Turkey changes seacock plans

So thanks to watching the Mother Ship Adrift YouTube channel I learnt that legislation in Turkey means that we would not be able to visit with our current seacock plans,

Basically, they have banned discharging both grey and black waste and enforce it through inspections and documentation. See this RYA page for a summary of what countries currently allow, However, we want to follow best practice and we don’t want to do the minimum we can get away with now only to need to change it in a few years.

We know (and are very happy) that discharges of black tanks (toilet waste) are being banned or severely restricted in many places. We hadn’t realised that the same was becoming true for grey water (although again we fully support putting less pollution in the sea).

So we need to make another set of changes to our seacock plans. Fortunately, this will bring us to a more “normal” system. In particular they will keep the number of seacocks down without having to do anything unusual (like our idea to connect basins/sinks to the cockpit drains).

So now we have to work out how many grey water tanks, where we put them and how big they are.

One big tank makes it easier to monitor and get inspected, installing a deck pump out for emptying is easy. However, getting both basins and the galley sink to drain by gravity might be challenging with potential for grey water to surge back into basins when heeling and pitching. With all the hoses routing along the boat a problem at any point could empty grey water all over the cabin.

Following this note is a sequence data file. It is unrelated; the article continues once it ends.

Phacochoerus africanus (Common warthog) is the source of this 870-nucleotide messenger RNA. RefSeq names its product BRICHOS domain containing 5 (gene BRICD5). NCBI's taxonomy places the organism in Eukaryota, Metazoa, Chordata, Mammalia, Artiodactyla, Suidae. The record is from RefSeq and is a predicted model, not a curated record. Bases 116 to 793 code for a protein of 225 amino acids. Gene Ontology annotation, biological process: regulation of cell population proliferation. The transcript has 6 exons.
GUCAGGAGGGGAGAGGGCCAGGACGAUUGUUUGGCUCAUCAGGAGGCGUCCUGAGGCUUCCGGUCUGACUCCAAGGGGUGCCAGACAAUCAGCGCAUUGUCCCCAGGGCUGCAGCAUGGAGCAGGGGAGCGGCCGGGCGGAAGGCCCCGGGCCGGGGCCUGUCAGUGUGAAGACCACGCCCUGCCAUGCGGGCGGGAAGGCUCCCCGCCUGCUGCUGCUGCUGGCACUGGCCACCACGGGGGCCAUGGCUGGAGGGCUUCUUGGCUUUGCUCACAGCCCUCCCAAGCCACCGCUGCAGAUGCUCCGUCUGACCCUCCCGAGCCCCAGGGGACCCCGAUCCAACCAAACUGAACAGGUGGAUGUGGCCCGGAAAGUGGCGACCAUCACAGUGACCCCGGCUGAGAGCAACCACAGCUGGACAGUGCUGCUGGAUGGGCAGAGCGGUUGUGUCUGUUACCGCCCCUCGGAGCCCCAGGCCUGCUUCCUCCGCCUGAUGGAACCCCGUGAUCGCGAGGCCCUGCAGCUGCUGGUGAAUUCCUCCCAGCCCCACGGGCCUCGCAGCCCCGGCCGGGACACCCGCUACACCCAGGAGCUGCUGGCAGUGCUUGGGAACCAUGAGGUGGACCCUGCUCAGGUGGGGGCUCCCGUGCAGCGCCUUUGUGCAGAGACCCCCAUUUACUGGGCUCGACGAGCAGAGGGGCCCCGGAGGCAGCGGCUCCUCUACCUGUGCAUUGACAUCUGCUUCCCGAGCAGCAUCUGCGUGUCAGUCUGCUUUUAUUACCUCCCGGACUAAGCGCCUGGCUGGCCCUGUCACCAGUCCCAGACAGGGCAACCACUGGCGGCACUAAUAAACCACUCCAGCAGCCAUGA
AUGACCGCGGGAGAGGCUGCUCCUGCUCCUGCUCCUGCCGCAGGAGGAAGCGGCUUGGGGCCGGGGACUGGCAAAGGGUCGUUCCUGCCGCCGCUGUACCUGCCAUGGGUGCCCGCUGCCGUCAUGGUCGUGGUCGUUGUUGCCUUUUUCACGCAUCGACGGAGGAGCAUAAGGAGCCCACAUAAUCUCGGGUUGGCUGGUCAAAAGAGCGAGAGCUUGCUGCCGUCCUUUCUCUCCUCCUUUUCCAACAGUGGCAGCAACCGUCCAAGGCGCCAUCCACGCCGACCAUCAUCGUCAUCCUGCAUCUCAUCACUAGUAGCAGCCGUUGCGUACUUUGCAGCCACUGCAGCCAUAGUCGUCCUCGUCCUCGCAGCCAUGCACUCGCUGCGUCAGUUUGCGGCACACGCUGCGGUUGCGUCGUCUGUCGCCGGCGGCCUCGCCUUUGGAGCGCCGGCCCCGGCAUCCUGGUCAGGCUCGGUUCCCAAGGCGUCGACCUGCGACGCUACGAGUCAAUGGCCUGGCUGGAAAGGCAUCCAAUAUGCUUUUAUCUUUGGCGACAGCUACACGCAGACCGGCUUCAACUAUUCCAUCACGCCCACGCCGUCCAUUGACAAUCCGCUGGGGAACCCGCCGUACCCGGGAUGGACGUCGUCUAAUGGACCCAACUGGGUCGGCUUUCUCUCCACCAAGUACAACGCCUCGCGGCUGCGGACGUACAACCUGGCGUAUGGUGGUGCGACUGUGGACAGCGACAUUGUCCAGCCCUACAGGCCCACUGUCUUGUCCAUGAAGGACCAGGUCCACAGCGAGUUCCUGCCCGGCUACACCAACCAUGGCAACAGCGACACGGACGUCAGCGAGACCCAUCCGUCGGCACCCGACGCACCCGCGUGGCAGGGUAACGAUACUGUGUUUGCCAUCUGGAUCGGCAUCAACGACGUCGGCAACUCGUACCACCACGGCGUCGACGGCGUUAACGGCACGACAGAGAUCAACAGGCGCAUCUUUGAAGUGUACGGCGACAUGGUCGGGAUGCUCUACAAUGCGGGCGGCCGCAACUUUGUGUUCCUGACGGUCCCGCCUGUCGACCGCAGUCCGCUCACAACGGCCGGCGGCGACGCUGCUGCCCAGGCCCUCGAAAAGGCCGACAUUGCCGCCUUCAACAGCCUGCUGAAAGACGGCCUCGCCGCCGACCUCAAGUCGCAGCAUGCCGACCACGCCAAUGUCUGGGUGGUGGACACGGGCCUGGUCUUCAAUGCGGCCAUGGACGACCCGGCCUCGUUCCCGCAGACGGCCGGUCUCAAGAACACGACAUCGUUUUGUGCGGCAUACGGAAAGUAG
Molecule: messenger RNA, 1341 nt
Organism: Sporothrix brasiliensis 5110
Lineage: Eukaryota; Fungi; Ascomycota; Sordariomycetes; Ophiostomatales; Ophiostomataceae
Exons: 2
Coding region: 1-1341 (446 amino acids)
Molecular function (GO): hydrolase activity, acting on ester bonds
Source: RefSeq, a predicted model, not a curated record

On the other hand separate tanks are simpler to connect to the basins, much easier to ensure gravity drainage into the them. But they will need emptying separately and there isn’t a lot of space in the heads or galley for them. So easy install but not very convenient when living aboard. It would be a pity to have to go to harbours with emptying facilities every few days.

So I’m wondering about a hybrid system. A smallish tank under each sink/basin. That will mean anyone can simply empty a basin/sink by taking the plug out. Then a larger tank somewhere else that the smaller tanks can be pumped into. That larger tank is the only one that needs to be pumped off the boat. The pumps could be either electric or manual. I’m drawn to a non-automatic system which might seem less convenient but with valves at each end the chances of a hose failure causing lots of water to end up around the boat is minimised. It also allows us to make progress a bit at a time. So we can start with a waste jerry can under each basin/sink and move towards sophistication later.

The shower is a slightly special case. The water drains into the bottom of the boat so it will always need pumping out to somewhere. Probably not something that we will get around to this winter.

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